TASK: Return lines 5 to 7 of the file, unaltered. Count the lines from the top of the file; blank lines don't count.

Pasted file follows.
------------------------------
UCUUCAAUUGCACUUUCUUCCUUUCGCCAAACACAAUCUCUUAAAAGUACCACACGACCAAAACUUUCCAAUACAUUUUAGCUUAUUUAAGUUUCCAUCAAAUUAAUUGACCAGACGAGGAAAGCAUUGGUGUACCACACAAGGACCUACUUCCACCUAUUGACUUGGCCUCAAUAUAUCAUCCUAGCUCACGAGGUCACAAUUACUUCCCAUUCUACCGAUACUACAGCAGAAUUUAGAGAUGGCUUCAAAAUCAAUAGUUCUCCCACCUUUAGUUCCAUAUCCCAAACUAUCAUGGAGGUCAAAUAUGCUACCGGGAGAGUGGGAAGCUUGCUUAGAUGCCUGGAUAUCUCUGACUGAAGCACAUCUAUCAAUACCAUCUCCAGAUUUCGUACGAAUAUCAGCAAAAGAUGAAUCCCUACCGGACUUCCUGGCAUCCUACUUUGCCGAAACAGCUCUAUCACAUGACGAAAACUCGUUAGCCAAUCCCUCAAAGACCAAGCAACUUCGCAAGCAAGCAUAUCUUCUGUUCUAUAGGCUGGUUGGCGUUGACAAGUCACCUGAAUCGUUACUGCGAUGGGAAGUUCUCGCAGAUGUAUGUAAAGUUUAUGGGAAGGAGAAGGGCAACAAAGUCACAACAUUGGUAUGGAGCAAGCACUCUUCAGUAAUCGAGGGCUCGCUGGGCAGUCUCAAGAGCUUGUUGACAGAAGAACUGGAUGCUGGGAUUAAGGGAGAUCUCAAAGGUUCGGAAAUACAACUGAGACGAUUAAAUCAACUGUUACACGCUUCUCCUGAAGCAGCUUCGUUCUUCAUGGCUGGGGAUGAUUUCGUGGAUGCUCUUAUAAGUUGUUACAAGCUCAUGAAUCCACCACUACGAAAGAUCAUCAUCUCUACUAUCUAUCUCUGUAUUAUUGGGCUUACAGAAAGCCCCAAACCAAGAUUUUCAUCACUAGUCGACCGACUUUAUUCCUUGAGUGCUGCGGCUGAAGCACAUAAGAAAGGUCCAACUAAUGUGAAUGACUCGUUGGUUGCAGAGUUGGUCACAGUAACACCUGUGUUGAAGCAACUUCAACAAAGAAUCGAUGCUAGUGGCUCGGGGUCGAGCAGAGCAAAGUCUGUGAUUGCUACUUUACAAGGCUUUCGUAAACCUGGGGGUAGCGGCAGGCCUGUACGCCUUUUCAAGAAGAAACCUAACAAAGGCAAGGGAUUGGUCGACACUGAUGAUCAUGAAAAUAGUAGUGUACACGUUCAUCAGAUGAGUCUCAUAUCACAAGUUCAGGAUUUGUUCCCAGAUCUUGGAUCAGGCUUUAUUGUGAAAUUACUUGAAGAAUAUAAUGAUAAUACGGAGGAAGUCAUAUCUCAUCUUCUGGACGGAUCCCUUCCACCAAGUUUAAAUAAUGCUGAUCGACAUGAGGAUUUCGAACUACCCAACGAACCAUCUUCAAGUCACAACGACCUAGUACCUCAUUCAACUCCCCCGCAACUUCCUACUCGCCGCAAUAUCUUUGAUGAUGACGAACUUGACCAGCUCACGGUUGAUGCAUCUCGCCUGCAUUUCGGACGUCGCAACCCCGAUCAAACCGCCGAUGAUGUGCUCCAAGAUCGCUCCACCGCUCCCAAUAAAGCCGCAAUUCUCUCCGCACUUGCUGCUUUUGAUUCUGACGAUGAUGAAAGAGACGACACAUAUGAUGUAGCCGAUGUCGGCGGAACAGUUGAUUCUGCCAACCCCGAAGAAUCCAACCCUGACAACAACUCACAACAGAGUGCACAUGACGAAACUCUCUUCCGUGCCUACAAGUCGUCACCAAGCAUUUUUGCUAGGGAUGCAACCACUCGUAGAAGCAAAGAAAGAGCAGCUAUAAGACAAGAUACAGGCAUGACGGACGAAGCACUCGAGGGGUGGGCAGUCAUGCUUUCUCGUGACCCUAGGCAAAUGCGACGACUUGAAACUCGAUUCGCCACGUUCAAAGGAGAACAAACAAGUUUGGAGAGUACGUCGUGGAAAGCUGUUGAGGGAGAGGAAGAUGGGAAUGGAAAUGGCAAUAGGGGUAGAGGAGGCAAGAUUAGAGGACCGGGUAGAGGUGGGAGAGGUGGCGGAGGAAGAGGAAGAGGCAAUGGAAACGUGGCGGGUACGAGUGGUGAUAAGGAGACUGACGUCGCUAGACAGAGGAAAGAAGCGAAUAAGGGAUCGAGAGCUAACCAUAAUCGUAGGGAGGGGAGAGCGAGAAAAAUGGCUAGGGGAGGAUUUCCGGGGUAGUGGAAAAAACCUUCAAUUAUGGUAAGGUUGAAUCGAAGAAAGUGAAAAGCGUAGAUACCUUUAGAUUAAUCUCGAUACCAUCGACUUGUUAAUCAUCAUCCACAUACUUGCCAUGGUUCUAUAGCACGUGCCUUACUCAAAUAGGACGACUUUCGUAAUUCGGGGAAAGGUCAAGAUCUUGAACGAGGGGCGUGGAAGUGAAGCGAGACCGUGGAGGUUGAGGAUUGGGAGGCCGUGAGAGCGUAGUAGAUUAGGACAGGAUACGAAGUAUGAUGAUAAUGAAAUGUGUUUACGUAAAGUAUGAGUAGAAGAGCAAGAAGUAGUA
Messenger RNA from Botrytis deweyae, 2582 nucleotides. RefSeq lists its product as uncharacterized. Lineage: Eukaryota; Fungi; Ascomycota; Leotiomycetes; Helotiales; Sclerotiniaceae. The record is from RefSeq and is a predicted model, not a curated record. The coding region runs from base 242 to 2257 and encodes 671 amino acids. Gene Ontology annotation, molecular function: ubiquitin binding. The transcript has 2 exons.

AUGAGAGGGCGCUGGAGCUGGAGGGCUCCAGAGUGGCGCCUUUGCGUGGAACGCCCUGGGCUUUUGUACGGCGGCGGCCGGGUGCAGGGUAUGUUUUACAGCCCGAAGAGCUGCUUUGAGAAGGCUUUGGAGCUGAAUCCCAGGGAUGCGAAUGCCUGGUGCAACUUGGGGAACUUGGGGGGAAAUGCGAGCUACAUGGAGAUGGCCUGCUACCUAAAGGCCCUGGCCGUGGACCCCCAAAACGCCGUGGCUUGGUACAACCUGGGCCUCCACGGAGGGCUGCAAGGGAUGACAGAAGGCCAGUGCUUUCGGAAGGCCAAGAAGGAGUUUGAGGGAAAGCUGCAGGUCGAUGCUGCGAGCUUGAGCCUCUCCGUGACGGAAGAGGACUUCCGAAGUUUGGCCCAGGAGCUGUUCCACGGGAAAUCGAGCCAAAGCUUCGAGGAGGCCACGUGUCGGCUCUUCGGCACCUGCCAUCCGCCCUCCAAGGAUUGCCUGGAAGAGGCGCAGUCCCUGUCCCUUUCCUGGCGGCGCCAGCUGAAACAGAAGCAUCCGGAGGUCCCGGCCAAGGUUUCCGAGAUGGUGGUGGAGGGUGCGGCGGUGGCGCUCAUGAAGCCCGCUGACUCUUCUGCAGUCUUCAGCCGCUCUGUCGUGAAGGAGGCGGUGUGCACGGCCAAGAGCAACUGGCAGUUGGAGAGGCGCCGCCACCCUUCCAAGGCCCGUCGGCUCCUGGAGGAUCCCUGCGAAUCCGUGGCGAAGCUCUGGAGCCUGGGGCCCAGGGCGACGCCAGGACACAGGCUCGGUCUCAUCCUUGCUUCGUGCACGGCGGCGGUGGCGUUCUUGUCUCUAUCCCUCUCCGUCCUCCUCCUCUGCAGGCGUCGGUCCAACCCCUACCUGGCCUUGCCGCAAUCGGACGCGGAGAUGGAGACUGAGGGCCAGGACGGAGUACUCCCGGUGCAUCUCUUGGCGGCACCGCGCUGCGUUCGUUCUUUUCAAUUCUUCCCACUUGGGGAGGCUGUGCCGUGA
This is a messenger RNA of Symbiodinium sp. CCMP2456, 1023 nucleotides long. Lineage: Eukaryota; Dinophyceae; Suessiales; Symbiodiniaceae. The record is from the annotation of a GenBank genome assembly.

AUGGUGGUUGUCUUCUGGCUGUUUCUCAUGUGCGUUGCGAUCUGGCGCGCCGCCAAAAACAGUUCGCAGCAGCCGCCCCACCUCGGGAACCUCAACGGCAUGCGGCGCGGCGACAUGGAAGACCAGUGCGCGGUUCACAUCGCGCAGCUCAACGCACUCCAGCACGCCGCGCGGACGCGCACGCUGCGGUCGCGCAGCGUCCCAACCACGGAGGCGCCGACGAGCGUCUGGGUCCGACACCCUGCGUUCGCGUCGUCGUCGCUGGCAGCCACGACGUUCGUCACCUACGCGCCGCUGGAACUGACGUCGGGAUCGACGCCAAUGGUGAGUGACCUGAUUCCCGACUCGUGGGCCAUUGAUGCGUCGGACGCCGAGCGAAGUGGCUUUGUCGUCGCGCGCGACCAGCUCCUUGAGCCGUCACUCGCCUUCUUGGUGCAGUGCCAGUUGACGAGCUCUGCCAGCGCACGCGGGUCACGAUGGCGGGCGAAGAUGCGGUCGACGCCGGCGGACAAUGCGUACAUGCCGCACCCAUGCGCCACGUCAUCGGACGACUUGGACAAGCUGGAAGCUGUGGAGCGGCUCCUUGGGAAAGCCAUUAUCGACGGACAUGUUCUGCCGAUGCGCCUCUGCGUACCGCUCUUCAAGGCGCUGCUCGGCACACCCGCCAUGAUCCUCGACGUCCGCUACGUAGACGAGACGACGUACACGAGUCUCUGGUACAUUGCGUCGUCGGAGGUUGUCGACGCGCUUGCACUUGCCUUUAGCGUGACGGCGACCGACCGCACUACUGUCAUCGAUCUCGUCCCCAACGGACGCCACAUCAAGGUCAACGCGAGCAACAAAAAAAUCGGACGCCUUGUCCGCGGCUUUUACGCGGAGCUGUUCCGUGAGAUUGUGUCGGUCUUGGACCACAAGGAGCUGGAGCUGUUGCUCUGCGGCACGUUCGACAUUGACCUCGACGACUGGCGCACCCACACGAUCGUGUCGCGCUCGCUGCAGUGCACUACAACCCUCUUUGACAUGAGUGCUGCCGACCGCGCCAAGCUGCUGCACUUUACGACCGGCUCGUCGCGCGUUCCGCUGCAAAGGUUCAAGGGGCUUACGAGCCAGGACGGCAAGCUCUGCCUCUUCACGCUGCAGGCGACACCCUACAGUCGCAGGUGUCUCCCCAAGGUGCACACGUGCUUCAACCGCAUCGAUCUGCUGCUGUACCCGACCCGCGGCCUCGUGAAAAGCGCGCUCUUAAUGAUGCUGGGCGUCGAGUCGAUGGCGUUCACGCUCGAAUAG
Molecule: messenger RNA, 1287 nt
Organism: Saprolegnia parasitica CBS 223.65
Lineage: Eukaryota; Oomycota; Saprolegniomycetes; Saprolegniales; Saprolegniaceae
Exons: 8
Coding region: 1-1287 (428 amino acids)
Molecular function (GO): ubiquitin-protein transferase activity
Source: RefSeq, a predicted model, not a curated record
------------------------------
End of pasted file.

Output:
AUGGUGGUUGUCUUCUGGCUGUUUCUCAUGUGCGUUGCGAUCUGGCGCGCCGCCAAAAACAGUUCGCAGCAGCCGCCCCACCUCGGGAACCUCAACGGCAUGCGGCGCGGCGACAUGGAAGACCAGUGCGCGGUUCACAUCGCGCAGCUCAACGCACUCCAGCACGCCGCGCGGACGCGCACGCUGCGGUCGCGCAGCGUCCCAACCACGGAGGCGCCGACGAGCGUCUGGGUCCGACACCCUGCGUUCGCGUCGUCGUCGCUGGCAGCCACGACGUUCGUCACCUACGCGCCGCUGGAACUGACGUCGGGAUCGACGCCAAUGGUGAGUGACCUGAUUCCCGACUCGUGGGCCAUUGAUGCGUCGGACGCCGAGCGAAGUGGCUUUGUCGUCGCGCGCGACCAGCUCCUUGAGCCGUCACUCGCCUUCUUGGUGCAGUGCCAGUUGACGAGCUCUGCCAGCGCACGCGGGUCACGAUGGCGGGCGAAGAUGCGGUCGACGCCGGCGGACAAUGCGUACAUGCCGCACCCAUGCGCCACGUCAUCGGACGACUUGGACAAGCUGGAAGCUGUGGAGCGGCUCCUUGGGAAAGCCAUUAUCGACGGACAUGUUCUGCCGAUGCGCCUCUGCGUACCGCUCUUCAAGGCGCUGCUCGGCACACCCGCCAUGAUCCUCGACGUCCGCUACGUAGACGAGACGACGUACACGAGUCUCUGGUACAUUGCGUCGUCGGAGGUUGUCGACGCGCUUGCACUUGCCUUUAGCGUGACGGCGACCGACCGCACUACUGUCAUCGAUCUCGUCCCCAACGGACGCCACAUCAAGGUCAACGCGAGCAACAAAAAAAUCGGACGCCUUGUCCGCGGCUUUUACGCGGAGCUGUUCCGUGAGAUUGUGUCGGUCUUGGACCACAAGGAGCUGGAGCUGUUGCUCUGCGGCACGUUCGACAUUGACCUCGACGACUGGCGCACCCACACGAUCGUGUCGCGCUCGCUGCAGUGCACUACAACCCUCUUUGACAUGAGUGCUGCCGACCGCGCCAAGCUGCUGCACUUUACGACCGGCUCGUCGCGCGUUCCGCUGCAAAGGUUCAAGGGGCUUACGAGCCAGGACGGCAAGCUCUGCCUCUUCACGCUGCAGGCGACACCCUACAGUCGCAGGUGUCUCCCCAAGGUGCACACGUGCUUCAACCGCAUCGAUCUGCUGCUGUACCCGACCCGCGGCCUCGUGAAAAGCGCGCUCUUAAUGAUGCUGGGCGUCGAGUCGAUGGCGUUCACGCUCGAAUAG
Molecule: messenger RNA, 1287 nt
Organism: Saprolegnia parasitica CBS 223.65